Michael Fanone Says His Mom Was Swatted After He Spoke Out At Trump’s Trial

Former D.C. police officer Michael Fanone said someone sent a SWAT team to his mother’s home on Tuesday under false pretenses — a practice known as “swatting” — in response to his criticism of former president Donald Trump.

Fanone, one of dozens of police officers injured while defending the U.S. Capitol from a mob of Trump supporters on Jan. 6, 2021, slammed Trump on Tuesday during a Biden campaign press conference the former president’s criminal trial in Manhattan.

“While being restrained by a violent mob, I was beaten,” Fanone said at the press conference, at which actor Robert De Niro also spoke. “An individual tried to strip me of my gun, while chants of ‘kill him with his own gun’ were echoed by the crowd.”

On Tuesday evening, Fanone said his mom opened the front door of her Virginia home to find police in SWAT gear. The police said they were responding to a threatening “manifesto,” containing Fanone’s mother’s address, that had falsely been attributed to Fanone. NBC News first reported the incident.

Fairfax County police did not immediately respond to a request from HuffPost about what happened.

Fanone told HuffPost that he’s been swatted a few times before, but that the perpetrators have always had the wrong address. He said it was the first time police came to his mother’s house, but not the first time she’d been harassed in response to her son’s criticism of the former president.

“She’s been heckled in her driveway by people,” Fanone said. “Pretty much everybody in my family has experienced some form of that.”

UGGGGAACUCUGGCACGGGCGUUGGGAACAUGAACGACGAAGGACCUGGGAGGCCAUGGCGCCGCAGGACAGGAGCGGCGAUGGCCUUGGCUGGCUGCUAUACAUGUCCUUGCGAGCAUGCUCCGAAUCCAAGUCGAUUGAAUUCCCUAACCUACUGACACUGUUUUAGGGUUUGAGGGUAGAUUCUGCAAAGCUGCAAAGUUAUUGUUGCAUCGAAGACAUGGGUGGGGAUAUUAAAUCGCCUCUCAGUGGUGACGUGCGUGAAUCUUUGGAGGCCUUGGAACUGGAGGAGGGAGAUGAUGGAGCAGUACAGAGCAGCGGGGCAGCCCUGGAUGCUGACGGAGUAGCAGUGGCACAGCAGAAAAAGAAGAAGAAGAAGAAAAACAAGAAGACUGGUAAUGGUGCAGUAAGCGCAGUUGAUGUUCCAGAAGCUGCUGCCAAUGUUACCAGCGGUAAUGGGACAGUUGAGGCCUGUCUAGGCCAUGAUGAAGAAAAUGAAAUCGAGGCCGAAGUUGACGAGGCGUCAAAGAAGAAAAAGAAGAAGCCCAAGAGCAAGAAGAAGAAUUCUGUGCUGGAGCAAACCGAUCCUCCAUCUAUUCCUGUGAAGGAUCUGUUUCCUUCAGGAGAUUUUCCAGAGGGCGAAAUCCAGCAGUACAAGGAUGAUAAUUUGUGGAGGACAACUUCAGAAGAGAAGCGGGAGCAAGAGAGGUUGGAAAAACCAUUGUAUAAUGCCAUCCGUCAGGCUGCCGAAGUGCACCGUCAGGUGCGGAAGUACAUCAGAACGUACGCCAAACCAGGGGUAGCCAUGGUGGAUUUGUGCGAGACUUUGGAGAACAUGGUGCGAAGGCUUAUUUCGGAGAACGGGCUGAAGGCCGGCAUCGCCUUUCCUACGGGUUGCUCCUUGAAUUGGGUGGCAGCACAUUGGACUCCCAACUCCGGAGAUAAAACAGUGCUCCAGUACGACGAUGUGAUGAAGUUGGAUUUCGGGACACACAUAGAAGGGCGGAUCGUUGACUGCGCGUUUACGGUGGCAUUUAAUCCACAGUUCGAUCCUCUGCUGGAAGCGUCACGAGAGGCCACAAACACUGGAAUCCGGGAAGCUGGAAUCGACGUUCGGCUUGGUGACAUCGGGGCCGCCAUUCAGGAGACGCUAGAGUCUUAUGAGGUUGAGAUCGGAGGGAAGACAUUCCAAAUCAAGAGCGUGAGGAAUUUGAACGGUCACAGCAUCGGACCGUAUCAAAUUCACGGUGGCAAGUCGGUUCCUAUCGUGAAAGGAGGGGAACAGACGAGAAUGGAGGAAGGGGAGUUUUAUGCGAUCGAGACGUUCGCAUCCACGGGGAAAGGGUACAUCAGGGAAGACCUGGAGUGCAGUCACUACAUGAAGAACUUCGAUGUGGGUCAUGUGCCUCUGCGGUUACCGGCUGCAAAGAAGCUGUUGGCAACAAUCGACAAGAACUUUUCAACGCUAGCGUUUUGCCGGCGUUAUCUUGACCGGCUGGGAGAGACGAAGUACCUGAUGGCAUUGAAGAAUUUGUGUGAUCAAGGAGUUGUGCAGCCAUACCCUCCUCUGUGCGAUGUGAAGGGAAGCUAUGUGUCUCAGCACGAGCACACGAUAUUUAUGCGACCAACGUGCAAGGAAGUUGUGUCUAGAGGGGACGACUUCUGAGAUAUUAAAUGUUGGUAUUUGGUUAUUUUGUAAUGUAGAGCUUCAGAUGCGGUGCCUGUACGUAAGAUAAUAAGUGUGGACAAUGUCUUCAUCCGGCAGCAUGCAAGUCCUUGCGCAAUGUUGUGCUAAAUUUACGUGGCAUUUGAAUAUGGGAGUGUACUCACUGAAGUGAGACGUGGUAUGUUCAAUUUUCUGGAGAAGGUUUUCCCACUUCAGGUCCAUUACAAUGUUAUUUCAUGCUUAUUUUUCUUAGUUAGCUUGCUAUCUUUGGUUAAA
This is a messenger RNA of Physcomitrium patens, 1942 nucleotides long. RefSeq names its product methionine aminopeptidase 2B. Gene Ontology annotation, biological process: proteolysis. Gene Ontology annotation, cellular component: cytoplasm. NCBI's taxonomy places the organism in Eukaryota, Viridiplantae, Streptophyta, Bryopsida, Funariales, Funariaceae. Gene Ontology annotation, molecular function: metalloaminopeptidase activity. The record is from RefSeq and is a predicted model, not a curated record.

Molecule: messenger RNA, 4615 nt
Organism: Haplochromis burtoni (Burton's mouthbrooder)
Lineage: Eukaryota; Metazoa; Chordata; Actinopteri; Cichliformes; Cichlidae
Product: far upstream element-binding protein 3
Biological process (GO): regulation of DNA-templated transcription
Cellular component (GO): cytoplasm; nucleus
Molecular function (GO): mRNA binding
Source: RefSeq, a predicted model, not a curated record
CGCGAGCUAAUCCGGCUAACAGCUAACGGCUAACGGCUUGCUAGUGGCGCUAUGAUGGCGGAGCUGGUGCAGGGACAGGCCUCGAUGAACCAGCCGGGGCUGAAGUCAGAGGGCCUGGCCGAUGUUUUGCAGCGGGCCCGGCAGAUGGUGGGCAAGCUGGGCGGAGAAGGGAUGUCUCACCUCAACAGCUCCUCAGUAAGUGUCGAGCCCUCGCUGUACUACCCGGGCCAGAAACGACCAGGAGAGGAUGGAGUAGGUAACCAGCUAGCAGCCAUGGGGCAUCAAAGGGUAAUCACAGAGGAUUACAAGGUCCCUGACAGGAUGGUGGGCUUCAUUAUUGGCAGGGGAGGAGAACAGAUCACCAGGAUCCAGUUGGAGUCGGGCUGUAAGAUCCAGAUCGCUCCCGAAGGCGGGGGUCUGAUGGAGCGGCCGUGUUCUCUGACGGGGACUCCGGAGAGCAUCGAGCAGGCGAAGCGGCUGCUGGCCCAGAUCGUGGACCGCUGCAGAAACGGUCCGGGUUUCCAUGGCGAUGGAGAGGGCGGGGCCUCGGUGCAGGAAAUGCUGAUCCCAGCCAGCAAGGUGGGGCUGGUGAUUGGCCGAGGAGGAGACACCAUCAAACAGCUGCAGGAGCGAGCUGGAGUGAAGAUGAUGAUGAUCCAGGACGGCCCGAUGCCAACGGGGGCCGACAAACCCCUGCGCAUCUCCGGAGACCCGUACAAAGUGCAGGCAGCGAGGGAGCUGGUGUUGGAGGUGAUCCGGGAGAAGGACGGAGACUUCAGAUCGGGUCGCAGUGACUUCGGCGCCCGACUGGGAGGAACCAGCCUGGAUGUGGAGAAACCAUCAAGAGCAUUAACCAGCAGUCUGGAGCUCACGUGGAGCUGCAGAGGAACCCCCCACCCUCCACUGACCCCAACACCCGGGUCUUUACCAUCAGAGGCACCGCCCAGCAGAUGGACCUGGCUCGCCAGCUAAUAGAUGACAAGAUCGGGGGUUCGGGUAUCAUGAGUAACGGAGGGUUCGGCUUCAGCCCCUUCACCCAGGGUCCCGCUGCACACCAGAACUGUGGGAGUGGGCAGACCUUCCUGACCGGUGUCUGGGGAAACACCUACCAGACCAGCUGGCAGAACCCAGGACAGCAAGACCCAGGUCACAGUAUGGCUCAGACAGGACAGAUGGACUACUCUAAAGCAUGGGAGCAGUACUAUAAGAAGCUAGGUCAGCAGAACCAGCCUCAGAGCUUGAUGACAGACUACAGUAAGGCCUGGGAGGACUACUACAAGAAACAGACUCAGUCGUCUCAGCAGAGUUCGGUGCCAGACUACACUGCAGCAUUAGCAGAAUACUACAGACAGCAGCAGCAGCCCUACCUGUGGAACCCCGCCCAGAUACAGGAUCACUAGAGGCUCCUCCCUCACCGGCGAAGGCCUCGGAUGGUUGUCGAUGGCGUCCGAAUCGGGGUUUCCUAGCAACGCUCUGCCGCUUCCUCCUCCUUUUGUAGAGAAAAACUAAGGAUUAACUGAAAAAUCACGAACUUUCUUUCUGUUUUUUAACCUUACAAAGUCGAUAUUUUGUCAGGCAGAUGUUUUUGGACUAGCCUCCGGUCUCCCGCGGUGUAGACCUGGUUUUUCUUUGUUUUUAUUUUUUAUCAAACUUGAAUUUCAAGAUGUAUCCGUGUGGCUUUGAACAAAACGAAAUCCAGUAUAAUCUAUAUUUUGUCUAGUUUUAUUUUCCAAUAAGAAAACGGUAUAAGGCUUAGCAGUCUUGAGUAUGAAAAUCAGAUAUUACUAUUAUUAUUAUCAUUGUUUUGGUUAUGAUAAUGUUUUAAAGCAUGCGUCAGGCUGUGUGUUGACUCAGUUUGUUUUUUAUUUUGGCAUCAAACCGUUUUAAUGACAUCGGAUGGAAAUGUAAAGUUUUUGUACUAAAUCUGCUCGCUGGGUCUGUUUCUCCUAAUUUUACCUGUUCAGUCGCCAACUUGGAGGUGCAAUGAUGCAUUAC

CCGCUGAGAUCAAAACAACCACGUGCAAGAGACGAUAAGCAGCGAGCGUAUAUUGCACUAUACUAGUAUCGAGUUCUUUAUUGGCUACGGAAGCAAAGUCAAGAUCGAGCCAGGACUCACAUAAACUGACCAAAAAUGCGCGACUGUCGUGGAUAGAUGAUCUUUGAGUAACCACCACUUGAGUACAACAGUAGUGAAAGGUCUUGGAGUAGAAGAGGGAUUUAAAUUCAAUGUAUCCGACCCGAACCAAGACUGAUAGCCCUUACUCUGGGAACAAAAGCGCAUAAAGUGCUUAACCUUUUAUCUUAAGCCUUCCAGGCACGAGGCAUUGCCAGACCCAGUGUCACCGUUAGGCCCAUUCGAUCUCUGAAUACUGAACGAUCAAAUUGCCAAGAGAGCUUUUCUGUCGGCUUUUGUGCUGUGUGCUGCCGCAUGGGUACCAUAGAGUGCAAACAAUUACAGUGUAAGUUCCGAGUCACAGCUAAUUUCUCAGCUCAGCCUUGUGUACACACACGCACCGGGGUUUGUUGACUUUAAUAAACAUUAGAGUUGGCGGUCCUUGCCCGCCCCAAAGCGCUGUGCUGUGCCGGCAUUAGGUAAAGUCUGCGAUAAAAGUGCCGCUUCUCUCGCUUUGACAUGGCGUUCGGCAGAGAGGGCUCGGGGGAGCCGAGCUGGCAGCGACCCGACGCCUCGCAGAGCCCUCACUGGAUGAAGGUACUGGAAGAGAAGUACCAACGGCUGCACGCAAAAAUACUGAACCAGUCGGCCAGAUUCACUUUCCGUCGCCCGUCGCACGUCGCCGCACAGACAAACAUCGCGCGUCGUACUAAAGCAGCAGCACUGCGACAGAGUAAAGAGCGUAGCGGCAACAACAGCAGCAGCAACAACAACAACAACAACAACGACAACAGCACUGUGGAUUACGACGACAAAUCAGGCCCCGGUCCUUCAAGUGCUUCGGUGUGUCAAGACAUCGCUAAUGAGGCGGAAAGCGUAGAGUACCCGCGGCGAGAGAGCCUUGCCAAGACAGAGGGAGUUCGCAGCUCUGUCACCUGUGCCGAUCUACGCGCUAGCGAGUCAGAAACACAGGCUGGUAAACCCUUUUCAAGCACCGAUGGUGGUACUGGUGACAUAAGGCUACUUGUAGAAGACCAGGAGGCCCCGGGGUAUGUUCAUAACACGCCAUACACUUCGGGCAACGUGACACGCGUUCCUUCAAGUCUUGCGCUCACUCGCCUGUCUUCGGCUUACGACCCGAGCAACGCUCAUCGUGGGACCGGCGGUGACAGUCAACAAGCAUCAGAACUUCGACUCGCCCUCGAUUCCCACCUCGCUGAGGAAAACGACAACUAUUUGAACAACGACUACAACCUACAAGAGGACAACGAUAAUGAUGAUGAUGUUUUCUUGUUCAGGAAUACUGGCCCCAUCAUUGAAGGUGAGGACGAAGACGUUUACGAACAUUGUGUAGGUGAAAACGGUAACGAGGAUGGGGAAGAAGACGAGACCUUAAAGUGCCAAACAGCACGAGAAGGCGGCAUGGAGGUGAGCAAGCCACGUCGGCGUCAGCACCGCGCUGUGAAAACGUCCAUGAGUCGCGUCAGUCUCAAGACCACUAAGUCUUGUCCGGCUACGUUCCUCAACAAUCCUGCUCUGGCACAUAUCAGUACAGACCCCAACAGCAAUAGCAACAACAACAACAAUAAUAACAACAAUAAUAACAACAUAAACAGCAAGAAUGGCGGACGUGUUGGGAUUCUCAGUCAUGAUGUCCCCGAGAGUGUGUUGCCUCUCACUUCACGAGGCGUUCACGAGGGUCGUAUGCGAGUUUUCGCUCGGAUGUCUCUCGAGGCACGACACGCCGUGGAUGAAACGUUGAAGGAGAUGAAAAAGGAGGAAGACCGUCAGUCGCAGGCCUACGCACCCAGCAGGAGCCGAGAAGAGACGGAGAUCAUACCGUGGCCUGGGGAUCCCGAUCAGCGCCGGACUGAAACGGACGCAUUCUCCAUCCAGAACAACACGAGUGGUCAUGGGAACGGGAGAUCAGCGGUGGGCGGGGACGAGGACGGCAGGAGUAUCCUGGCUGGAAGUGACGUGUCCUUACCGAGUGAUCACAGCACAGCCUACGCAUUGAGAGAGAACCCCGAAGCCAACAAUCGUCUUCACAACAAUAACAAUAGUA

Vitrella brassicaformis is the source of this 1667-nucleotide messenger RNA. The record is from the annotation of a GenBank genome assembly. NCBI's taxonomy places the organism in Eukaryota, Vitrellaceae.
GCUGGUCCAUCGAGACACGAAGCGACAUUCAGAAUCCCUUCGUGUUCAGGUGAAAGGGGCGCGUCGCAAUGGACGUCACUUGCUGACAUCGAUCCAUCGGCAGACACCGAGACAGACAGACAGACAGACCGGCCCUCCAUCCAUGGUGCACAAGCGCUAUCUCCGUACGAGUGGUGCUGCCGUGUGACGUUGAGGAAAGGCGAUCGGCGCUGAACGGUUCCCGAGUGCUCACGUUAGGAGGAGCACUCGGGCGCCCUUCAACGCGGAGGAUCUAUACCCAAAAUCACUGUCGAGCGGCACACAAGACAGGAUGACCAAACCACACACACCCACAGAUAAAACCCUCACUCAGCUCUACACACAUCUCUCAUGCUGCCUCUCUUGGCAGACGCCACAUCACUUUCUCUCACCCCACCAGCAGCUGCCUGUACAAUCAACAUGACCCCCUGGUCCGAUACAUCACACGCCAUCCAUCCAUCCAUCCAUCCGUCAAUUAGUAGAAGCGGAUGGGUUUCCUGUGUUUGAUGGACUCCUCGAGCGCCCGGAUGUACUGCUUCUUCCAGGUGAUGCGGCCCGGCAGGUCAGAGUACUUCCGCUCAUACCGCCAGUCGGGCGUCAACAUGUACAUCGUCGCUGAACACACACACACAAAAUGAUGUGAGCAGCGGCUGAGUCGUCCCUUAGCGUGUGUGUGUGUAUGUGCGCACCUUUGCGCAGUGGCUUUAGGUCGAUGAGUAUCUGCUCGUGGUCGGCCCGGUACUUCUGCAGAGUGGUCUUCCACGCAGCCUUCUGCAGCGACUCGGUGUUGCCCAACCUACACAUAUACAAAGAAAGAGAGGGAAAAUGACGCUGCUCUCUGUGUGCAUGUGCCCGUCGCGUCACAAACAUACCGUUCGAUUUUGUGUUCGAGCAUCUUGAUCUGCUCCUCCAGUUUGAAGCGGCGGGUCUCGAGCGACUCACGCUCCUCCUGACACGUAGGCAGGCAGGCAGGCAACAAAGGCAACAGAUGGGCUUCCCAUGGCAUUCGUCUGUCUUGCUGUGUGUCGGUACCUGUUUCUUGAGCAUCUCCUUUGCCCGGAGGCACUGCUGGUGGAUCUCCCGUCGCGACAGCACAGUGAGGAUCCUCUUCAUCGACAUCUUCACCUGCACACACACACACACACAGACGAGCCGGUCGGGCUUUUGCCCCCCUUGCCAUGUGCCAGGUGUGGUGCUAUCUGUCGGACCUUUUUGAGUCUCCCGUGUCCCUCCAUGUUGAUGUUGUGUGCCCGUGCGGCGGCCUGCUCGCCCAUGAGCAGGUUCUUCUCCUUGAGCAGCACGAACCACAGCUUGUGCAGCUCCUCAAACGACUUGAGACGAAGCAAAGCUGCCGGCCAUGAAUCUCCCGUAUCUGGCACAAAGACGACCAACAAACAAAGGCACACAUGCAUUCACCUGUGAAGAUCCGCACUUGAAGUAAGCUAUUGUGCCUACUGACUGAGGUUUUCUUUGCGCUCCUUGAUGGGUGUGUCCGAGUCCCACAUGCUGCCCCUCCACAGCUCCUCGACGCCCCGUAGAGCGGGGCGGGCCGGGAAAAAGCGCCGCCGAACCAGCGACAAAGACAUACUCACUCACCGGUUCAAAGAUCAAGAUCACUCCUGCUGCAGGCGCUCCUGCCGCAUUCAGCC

Trump and Republicans in Congress have downplayed the attack on the Capitol and suggested, without evidence, that the mob of Trump supporters was manipulated by undercover FBI agents rather than egged on by Trump himself.

Since resigning from the D.C. police department, Fanone has devoted himself to retelling the story of what actually happened that day. He spoke out Tuesday alongside former Capitol Police officer Harry Dunn.

Swatting incidents drain law enforcement resources and can themselves be dangerous, since officers believe they’re responding to an emergency situation. At least 34 members of Congress have been swatted, including both Republicans and Democrats, the Capitol Police said in January. So was Jack Smith, the special counsel prosecutor pushing two criminal cases against Trump.

Fanone said such high-ranking government officials are better protected against swatting than his family.

“Me and my family are just regular people,” he told HuffPost. “We’re just average American citizens, you know, middle class who don’t have the means to escape these types of incidents.”



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